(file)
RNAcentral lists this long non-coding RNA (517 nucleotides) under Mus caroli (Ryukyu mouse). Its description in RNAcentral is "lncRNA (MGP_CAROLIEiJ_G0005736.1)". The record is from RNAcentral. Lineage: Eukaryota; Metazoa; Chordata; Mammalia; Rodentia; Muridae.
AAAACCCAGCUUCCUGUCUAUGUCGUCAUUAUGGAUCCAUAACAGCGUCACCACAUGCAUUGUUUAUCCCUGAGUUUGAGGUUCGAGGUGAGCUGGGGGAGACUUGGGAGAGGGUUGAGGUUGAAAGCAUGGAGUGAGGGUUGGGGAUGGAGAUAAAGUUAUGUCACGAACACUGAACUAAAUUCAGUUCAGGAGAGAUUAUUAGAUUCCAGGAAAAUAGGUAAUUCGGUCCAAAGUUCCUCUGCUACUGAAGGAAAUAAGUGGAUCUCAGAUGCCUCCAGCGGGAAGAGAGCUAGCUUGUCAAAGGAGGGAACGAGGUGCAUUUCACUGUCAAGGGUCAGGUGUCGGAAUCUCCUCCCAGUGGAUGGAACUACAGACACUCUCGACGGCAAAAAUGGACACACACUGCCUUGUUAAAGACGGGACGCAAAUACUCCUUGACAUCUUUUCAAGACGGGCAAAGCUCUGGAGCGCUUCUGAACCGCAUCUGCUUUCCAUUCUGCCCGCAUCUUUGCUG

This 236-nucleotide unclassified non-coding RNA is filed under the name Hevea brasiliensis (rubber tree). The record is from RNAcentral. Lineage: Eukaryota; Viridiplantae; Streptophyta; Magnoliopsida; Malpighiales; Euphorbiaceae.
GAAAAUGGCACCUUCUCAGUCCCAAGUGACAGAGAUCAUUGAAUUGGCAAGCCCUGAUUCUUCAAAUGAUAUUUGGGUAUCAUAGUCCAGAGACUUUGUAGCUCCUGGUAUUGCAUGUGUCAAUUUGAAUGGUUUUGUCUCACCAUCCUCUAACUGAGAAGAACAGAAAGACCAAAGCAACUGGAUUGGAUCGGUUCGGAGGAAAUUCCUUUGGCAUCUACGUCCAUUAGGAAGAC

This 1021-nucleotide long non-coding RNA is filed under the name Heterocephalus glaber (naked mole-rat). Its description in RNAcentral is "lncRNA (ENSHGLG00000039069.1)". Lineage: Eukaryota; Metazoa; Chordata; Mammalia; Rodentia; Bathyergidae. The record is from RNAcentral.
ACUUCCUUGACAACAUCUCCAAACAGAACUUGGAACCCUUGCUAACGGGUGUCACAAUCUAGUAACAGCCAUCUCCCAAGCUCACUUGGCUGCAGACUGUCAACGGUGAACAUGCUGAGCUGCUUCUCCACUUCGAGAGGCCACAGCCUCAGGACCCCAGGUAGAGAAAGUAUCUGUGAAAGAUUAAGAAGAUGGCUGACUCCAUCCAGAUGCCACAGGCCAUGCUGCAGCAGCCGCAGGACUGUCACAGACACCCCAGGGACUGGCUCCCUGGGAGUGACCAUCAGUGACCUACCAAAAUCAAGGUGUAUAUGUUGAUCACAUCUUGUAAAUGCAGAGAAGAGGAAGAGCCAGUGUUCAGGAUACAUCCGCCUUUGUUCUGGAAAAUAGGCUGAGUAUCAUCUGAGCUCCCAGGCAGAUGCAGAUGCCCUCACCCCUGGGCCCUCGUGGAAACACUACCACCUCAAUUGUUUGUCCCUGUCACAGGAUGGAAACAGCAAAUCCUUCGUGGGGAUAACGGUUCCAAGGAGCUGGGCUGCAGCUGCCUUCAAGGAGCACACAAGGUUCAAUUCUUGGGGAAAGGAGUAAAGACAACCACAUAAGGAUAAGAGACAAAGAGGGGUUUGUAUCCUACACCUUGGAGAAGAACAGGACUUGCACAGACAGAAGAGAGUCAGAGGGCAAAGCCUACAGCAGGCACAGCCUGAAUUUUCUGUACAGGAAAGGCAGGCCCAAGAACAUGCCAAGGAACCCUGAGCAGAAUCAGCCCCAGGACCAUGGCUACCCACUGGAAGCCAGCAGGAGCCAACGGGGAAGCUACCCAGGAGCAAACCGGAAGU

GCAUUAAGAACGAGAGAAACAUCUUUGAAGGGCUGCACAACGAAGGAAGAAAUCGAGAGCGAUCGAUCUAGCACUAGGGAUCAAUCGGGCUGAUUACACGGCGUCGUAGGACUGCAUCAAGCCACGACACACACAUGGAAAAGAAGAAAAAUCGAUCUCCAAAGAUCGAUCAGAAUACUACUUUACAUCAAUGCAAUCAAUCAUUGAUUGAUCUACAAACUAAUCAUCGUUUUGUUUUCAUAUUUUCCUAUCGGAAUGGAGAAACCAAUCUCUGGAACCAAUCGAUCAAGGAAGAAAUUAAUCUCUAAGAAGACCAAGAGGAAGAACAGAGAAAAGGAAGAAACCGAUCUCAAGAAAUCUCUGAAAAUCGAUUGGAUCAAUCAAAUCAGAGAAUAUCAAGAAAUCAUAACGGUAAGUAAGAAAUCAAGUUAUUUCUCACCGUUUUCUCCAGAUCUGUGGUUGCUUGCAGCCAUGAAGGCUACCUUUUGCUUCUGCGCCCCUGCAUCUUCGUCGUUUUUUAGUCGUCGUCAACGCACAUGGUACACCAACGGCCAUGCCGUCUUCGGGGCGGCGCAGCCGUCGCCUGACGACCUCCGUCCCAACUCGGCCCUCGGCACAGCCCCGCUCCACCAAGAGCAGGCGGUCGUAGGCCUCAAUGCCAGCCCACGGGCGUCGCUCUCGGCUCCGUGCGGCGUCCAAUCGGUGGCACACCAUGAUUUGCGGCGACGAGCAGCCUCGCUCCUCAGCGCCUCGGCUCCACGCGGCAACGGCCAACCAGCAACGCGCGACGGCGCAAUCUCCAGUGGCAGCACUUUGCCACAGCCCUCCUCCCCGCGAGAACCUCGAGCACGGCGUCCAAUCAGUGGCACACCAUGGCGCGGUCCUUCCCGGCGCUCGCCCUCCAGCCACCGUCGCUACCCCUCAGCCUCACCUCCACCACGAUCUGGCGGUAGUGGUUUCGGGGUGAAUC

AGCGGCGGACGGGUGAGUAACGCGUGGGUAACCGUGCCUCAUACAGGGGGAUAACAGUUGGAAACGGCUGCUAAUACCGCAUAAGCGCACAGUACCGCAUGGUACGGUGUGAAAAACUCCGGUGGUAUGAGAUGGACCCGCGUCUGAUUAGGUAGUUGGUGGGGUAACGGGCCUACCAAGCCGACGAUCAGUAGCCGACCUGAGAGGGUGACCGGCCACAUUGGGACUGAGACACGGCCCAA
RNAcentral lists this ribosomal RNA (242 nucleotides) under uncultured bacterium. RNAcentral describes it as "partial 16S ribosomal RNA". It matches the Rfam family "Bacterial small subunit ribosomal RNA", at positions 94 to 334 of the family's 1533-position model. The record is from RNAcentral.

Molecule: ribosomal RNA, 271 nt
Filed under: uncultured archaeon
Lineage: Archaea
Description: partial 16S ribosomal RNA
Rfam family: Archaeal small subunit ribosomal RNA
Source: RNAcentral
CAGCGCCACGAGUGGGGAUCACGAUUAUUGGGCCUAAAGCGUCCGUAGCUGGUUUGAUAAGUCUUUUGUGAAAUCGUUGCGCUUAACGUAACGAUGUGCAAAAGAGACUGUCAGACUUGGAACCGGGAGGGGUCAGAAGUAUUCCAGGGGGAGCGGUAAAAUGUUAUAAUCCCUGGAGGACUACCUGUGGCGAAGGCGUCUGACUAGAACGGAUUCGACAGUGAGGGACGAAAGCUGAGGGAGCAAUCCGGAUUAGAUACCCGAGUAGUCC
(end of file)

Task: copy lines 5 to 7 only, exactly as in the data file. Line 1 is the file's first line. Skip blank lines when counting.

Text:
This 1021-nucleotide long non-coding RNA is filed under the name Heterocephalus glaber (naked mole-rat). Its description in RNAcentral is "lncRNA (ENSHGLG00000039069.1)". Lineage: Eukaryota; Metazoa; Chordata; Mammalia; Rodentia; Bathyergidae. The record is from RNAcentral.
ACUUCCUUGACAACAUCUCCAAACAGAACUUGGAACCCUUGCUAACGGGUGUCACAAUCUAGUAACAGCCAUCUCCCAAGCUCACUUGGCUGCAGACUGUCAACGGUGAACAUGCUGAGCUGCUUCUCCACUUCGAGAGGCCACAGCCUCAGGACCCCAGGUAGAGAAAGUAUCUGUGAAAGAUUAAGAAGAUGGCUGACUCCAUCCAGAUGCCACAGGCCAUGCUGCAGCAGCCGCAGGACUGUCACAGACACCCCAGGGACUGGCUCCCUGGGAGUGACCAUCAGUGACCUACCAAAAUCAAGGUGUAUAUGUUGAUCACAUCUUGUAAAUGCAGAGAAGAGGAAGAGCCAGUGUUCAGGAUACAUCCGCCUUUGUUCUGGAAAAUAGGCUGAGUAUCAUCUGAGCUCCCAGGCAGAUGCAGAUGCCCUCACCCCUGGGCCCUCGUGGAAACACUACCACCUCAAUUGUUUGUCCCUGUCACAGGAUGGAAACAGCAAAUCCUUCGUGGGGAUAACGGUUCCAAGGAGCUGGGCUGCAGCUGCCUUCAAGGAGCACACAAGGUUCAAUUCUUGGGGAAAGGAGUAAAGACAACCACAUAAGGAUAAGAGACAAAGAGGGGUUUGUAUCCUACACCUUGGAGAAGAACAGGACUUGCACAGACAGAAGAGAGUCAGAGGGCAAAGCCUACAGCAGGCACAGCCUGAAUUUUCUGUACAGGAAAGGCAGGCCCAAGAACAUGCCAAGGAACCCUGAGCAGAAUCAGCCCCAGGACCAUGGCUACCCACUGGAAGCCAGCAGGAGCCAACGGGGAAGCUACCCAGGAGCAAACCGGAAGU

GCAUUAAGAACGAGAGAAACAUCUUUGAAGGGCUGCACAACGAAGGAAGAAAUCGAGAGCGAUCGAUCUAGCACUAGGGAUCAAUCGGGCUGAUUACACGGCGUCGUAGGACUGCAUCAAGCCACGACACACACAUGGAAAAGAAGAAAAAUCGAUCUCCAAAGAUCGAUCAGAAUACUACUUUACAUCAAUGCAAUCAAUCAUUGAUUGAUCUACAAACUAAUCAUCGUUUUGUUUUCAUAUUUUCCUAUCGGAAUGGAGAAACCAAUCUCUGGAACCAAUCGAUCAAGGAAGAAAUUAAUCUCUAAGAAGACCAAGAGGAAGAACAGAGAAAAGGAAGAAACCGAUCUCAAGAAAUCUCUGAAAAUCGAUUGGAUCAAUCAAAUCAGAGAAUAUCAAGAAAUCAUAACGGUAAGUAAGAAAUCAAGUUAUUUCUCACCGUUUUCUCCAGAUCUGUGGUUGCUUGCAGCCAUGAAGGCUACCUUUUGCUUCUGCGCCCCUGCAUCUUCGUCGUUUUUUAGUCGUCGUCAACGCACAUGGUACACCAACGGCCAUGCCGUCUUCGGGGCGGCGCAGCCGUCGCCUGACGACCUCCGUCCCAACUCGGCCCUCGGCACAGCCCCGCUCCACCAAGAGCAGGCGGUCGUAGGCCUCAAUGCCAGCCCACGGGCGUCGCUCUCGGCUCCGUGCGGCGUCCAAUCGGUGGCACACCAUGAUUUGCGGCGACGAGCAGCCUCGCUCCUCAGCGCCUCGGCUCCACGCGGCAACGGCCAACCAGCAACGCGCGACGGCGCAAUCUCCAGUGGCAGCACUUUGCCACAGCCCUCCUCCCCGCGAGAACCUCGAGCACGGCGUCCAAUCAGUGGCACACCAUGGCGCGGUCCUUCCCGGCGCUCGCCCUCCAGCCACCGUCGCUACCCCUCAGCCUCACCUCCACCACGAUCUGGCGGUAGUGGUUUCGGGGUGAAUC